Today we submitted another set of comments to ATF opposing its Notice of Proposed Rulemaking which would reverse long-standing ATF policy to determine, in violation of federal law, that a “bump fire” stock constitutes a “machinegun.” Our comments were filed on behalf of Gun Owners Foundation. Earlier, on January 18, 2018, we filed comments for GOF on the ATF’s Advance Notice of Proposed Rulemaking.
Today, we submitted comments to ATF on clarifying whether “bump fire” stocks fall within the statutory definition of “machinegun.” Our comments were filed on behalf of Gun Owners Foundation.
Today, the U.S. Court of Appeals for the Tenth Circuit held oral argument on the Kettler case. Our co-counsel in the case, Joe Miller, presented oral argument for Mr. Cox. The panel hearing the appeal consisted of Judges Hartz, Seymour and Phillips.
The oral argument my be listened to here.
Purportedly concerned about firearms being trafficked to Mexican drug cartels, about six years ago ATF created a new requirement that all FFLs located in the four southwest border states (California, Arizona, New Mexico, and Texas) must report to the ATF any sale to a single person of two or more rifles within a five day period.
Today we filed an amicus brief in the U.S. Supreme Court, asking that Court to review a decision of the Fourth Circuit which would strip the Second Amendment rights of Marylanders.
In purchasing his suppressor, Mr. Kettler had relied on the Kansas Second Amendment Protection Act which states that a firearm or firearm accessory (such as a suppressor) that is manufactured, owned, and kept entirely within the borders of Kansas is not subject to any federal law. When Mr. Kettler revealed that he purchased such a suppressor, however, agents from the Obama Bureau of Alcohol, Tobacco, Firearms, and Explosives (“ATF”) swooped in to make an example of Mr. Kettler, and his co-defendant Mr. Cox.
In our brief, we argued that the NFA is unconstitutional. Although for many decades, courts (including the Supreme Court) have upheld the NFA under Congress’ power to tax, times have changed. Today, the NFA is the only “tax” that is not administered by the Treasury Department, but rather by ATF — part of the Department of Justice — responsible for enforcement of federal law. What’s more, while normal taxes are crafted to ensure that people pay them, the NFA “tax” is crafted to ensure that as many people as possible are disqualified from paying it, and as many weapons as possible are disqualified from registration. That hardly sounds like a real tax.
Next, we noted that in 1934, registration of an NFA firearm was relatively simple, while today it is a regulatory nightmare, indicating that today the purpose of the NFA is regulation, not taxation.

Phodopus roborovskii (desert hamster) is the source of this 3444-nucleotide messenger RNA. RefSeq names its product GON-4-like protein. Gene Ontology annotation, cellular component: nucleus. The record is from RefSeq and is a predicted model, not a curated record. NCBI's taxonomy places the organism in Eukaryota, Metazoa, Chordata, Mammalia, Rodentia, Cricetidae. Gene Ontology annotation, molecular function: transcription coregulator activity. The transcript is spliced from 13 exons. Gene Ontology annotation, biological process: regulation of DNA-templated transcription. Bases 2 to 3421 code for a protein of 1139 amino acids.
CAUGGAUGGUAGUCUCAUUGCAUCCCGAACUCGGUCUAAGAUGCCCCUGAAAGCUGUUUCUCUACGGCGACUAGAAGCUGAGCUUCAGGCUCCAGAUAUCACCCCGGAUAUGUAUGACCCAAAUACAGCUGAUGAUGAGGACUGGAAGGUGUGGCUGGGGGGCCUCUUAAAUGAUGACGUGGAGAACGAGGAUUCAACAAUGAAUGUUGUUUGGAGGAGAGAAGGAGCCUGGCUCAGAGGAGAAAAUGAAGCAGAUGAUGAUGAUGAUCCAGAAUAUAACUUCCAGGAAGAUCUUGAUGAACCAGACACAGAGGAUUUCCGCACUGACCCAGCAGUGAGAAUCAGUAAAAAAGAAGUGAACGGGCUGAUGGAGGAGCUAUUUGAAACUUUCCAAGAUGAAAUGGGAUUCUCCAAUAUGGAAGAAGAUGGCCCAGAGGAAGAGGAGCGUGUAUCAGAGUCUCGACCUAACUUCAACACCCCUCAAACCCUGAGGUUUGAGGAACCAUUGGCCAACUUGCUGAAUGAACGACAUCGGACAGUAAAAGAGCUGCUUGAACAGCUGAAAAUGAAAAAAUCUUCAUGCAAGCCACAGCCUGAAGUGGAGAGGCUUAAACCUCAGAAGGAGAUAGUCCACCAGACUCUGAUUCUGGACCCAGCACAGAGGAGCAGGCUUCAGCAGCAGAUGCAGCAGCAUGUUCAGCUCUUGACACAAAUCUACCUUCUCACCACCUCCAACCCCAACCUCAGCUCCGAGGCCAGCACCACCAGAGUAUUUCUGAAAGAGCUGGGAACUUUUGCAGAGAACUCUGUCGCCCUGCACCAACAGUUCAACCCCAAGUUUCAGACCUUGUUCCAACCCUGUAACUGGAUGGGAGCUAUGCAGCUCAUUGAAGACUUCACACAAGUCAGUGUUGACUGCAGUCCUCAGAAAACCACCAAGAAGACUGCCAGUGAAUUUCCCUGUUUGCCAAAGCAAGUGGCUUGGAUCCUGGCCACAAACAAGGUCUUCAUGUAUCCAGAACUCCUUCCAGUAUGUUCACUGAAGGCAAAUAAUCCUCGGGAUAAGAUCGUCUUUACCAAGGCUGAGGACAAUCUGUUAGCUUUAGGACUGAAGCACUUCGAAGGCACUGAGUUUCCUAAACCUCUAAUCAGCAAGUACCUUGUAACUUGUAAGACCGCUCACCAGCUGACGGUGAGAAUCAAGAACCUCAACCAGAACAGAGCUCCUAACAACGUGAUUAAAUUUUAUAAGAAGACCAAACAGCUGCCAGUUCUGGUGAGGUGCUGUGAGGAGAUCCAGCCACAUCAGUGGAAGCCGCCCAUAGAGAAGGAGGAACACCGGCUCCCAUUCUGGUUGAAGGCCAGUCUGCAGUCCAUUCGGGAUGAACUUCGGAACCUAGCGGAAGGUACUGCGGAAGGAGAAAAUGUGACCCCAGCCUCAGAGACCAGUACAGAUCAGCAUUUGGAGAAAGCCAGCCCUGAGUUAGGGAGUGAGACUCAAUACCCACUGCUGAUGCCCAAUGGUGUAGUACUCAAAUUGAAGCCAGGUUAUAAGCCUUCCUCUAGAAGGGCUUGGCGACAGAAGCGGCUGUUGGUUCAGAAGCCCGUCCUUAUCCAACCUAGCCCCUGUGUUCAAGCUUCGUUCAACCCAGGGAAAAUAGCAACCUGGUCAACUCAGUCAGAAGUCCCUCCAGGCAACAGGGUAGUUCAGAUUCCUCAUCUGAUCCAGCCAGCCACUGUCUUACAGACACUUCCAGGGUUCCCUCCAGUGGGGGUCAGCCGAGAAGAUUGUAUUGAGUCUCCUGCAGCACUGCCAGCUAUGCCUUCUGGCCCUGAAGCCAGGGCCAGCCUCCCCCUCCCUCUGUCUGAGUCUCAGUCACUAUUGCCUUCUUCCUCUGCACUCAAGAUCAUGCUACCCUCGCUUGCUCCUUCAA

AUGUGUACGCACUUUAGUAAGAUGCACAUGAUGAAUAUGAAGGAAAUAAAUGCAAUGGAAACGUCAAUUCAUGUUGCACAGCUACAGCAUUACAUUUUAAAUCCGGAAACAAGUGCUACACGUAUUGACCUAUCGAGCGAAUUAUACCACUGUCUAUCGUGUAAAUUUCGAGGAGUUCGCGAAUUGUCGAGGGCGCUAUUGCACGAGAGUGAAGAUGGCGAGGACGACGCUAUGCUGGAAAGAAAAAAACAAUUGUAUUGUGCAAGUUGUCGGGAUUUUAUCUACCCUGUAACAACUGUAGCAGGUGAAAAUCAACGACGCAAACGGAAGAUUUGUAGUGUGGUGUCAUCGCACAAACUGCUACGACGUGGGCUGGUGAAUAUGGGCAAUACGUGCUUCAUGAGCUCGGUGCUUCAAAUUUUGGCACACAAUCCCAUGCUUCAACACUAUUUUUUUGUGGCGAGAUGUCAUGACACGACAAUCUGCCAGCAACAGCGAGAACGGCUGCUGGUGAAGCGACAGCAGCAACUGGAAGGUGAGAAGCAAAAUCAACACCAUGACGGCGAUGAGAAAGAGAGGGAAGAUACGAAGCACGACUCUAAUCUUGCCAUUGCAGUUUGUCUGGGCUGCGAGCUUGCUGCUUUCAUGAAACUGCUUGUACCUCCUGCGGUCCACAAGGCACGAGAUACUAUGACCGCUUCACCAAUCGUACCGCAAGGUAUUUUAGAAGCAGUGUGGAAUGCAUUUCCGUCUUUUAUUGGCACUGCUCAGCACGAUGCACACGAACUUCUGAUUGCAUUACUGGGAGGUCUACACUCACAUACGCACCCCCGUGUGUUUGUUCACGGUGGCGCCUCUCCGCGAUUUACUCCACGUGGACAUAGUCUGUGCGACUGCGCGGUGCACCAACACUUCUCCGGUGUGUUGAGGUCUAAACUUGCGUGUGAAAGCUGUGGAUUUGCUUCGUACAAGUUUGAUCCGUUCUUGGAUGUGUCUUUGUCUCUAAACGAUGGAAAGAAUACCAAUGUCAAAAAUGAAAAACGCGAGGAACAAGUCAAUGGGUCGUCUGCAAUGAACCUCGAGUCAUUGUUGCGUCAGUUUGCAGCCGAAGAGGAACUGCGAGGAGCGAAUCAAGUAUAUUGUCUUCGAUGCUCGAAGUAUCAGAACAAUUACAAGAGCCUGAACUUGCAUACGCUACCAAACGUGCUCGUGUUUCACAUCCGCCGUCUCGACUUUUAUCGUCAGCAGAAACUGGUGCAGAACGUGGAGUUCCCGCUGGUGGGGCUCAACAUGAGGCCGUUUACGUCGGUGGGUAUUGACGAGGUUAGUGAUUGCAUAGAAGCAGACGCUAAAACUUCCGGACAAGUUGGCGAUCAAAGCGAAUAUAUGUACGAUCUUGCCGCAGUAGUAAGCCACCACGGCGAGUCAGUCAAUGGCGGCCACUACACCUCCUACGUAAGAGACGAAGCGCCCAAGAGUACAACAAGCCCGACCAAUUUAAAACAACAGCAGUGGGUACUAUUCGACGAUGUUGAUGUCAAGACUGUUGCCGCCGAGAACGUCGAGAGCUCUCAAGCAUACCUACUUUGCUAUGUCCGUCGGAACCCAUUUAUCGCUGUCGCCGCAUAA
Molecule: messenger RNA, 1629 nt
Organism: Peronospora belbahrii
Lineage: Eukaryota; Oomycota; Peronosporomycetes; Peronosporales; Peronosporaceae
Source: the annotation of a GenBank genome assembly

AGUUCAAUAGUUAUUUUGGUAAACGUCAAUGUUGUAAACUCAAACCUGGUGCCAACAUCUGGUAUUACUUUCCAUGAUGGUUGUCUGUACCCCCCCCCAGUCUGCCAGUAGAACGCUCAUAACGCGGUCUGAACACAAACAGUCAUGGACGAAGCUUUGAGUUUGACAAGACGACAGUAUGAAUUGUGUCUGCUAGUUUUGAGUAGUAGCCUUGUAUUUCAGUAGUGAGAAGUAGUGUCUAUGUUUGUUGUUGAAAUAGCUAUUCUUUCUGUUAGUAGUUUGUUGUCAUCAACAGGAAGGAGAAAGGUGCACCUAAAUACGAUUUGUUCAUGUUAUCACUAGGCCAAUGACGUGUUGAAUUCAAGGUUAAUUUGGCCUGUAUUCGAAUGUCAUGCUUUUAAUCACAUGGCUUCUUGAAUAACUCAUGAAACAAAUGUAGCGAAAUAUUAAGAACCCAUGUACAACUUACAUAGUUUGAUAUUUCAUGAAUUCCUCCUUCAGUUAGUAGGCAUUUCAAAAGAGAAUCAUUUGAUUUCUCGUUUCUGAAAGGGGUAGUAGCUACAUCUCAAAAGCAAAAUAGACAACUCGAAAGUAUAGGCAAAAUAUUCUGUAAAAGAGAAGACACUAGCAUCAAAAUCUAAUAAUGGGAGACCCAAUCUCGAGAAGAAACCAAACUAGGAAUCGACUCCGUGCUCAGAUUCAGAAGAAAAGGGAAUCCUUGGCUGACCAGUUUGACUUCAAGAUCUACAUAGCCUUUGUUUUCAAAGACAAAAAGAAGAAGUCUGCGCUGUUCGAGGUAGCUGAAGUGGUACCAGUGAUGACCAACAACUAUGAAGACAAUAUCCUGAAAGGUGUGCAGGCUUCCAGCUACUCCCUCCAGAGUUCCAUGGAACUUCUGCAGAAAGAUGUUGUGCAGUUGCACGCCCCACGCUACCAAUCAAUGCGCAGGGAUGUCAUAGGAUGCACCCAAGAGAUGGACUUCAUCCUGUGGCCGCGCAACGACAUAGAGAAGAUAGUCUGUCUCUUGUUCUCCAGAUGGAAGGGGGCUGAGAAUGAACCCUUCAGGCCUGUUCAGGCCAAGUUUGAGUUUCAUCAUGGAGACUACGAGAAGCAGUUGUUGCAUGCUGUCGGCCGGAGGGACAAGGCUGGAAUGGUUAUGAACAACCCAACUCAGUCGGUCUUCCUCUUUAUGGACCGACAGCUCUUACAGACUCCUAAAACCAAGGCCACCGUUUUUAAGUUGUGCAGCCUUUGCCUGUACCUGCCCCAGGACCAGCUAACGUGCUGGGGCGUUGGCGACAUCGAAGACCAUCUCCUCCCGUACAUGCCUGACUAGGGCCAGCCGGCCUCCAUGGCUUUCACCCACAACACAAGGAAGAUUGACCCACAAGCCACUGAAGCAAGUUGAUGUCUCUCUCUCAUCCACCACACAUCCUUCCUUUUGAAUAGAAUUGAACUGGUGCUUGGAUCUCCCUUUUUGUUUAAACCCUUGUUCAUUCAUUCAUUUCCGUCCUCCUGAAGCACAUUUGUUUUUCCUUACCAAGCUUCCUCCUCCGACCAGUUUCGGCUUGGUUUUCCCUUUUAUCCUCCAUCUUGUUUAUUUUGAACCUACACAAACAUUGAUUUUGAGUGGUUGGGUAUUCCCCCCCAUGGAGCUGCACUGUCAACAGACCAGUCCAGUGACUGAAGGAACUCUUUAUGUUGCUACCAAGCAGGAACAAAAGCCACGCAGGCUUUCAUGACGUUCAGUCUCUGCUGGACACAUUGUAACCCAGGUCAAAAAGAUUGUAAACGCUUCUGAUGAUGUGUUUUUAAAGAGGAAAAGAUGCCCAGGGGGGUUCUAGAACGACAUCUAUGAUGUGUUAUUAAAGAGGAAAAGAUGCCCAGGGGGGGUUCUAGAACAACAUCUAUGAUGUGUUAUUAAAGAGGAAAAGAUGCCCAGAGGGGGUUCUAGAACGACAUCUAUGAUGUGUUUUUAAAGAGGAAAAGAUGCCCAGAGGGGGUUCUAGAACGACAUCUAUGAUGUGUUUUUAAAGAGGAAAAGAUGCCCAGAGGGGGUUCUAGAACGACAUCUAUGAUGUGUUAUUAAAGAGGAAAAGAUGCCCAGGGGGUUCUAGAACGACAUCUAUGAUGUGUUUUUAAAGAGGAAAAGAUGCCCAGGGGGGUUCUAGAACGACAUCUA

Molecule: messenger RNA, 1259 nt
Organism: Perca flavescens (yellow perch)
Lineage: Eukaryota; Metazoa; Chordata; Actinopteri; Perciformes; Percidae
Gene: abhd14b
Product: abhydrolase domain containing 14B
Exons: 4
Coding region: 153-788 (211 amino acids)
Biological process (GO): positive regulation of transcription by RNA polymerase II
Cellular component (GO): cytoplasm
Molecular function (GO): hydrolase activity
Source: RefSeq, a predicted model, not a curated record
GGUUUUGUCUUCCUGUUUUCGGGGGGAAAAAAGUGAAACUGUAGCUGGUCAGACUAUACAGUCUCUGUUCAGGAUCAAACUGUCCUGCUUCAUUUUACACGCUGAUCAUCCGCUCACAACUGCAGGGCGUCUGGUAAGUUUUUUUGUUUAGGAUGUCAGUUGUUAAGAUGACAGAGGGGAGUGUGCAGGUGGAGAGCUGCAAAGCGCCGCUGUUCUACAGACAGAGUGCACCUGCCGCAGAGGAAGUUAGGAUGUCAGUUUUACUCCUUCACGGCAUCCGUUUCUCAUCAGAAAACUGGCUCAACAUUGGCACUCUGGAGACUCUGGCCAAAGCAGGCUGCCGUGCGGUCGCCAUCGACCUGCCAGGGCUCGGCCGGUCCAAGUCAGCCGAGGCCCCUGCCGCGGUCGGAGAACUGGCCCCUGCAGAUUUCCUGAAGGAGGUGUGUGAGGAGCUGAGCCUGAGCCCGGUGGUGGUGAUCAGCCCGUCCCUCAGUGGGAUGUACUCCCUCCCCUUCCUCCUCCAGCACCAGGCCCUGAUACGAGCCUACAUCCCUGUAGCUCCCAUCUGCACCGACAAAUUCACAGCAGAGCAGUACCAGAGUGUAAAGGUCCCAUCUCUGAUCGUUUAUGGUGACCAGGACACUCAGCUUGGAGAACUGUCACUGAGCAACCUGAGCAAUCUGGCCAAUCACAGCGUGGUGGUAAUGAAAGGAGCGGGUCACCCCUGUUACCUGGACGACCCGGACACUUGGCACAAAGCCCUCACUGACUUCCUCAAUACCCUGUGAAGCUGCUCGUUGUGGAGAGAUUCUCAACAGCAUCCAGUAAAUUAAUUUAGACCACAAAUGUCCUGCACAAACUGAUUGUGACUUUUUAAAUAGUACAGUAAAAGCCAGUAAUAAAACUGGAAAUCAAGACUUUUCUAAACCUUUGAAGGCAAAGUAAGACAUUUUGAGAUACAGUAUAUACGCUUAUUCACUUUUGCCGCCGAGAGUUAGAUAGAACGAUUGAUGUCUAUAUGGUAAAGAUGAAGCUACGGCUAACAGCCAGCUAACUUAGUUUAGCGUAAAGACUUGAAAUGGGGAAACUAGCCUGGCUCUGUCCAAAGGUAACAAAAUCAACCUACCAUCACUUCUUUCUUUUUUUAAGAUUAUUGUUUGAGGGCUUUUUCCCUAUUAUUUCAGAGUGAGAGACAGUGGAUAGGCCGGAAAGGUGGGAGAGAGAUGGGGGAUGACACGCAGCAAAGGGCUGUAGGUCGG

Finally, we noted that while the NFA in 1934 actually produced tax revenue, its “taxes” have never been raised from $5 and $200, and thus today it produces no net revenue — and in fact is a huge drain on federal resources. How can the NFA be a “tax” when its net effect is to cost the taxpayer tens of millions of dollars annually?
Next, we argued that even if the NFA is considered a tax, then it is an unconstitutional tax on the constitutionally protected right to keep and bear arms. As the Supreme Court has held, in order to validly tax a constitutional right, a tax must not be a general revenue tax, but instead must be tied to defraying the expenses of administering the program. However the NFA “tax” is paid directly to the Treasury Department, and is not used by ATF to fund the administration of the NFA. And since suppressors are owned and lawfully used by millions of law abiding Americans, they are clearly protected “arms” under the Second Amendment’s protection.
Next, we noted that Mr. Kettler’s prosecution is not an ordinary criminal prosecution, but rather a constitutional dispute between two sovereign entities — the federal government and the State of Kansas. As such, the federal government should have resolved this dispute directly with the State of Kansas, rather than going after Mr. Kettler, the low hanging fruit. This case raises important constitutional questions about the scope of federal power, and its proper resolution is between the United States and Kansas — not between the United States and Mr.
Finally, we noted that in this case, Mr. Kettler had no sort of typical “mens rea” or “guilty mind” indicating he intended to violate the law. Rather, it is undisputed that he was attempting to follow the Kansas law, and that he believed (even if mistakenly) that what he was doing was lawful. For the Court of Appeals to permit his felony conviction to stand under such circumstances is indefensible.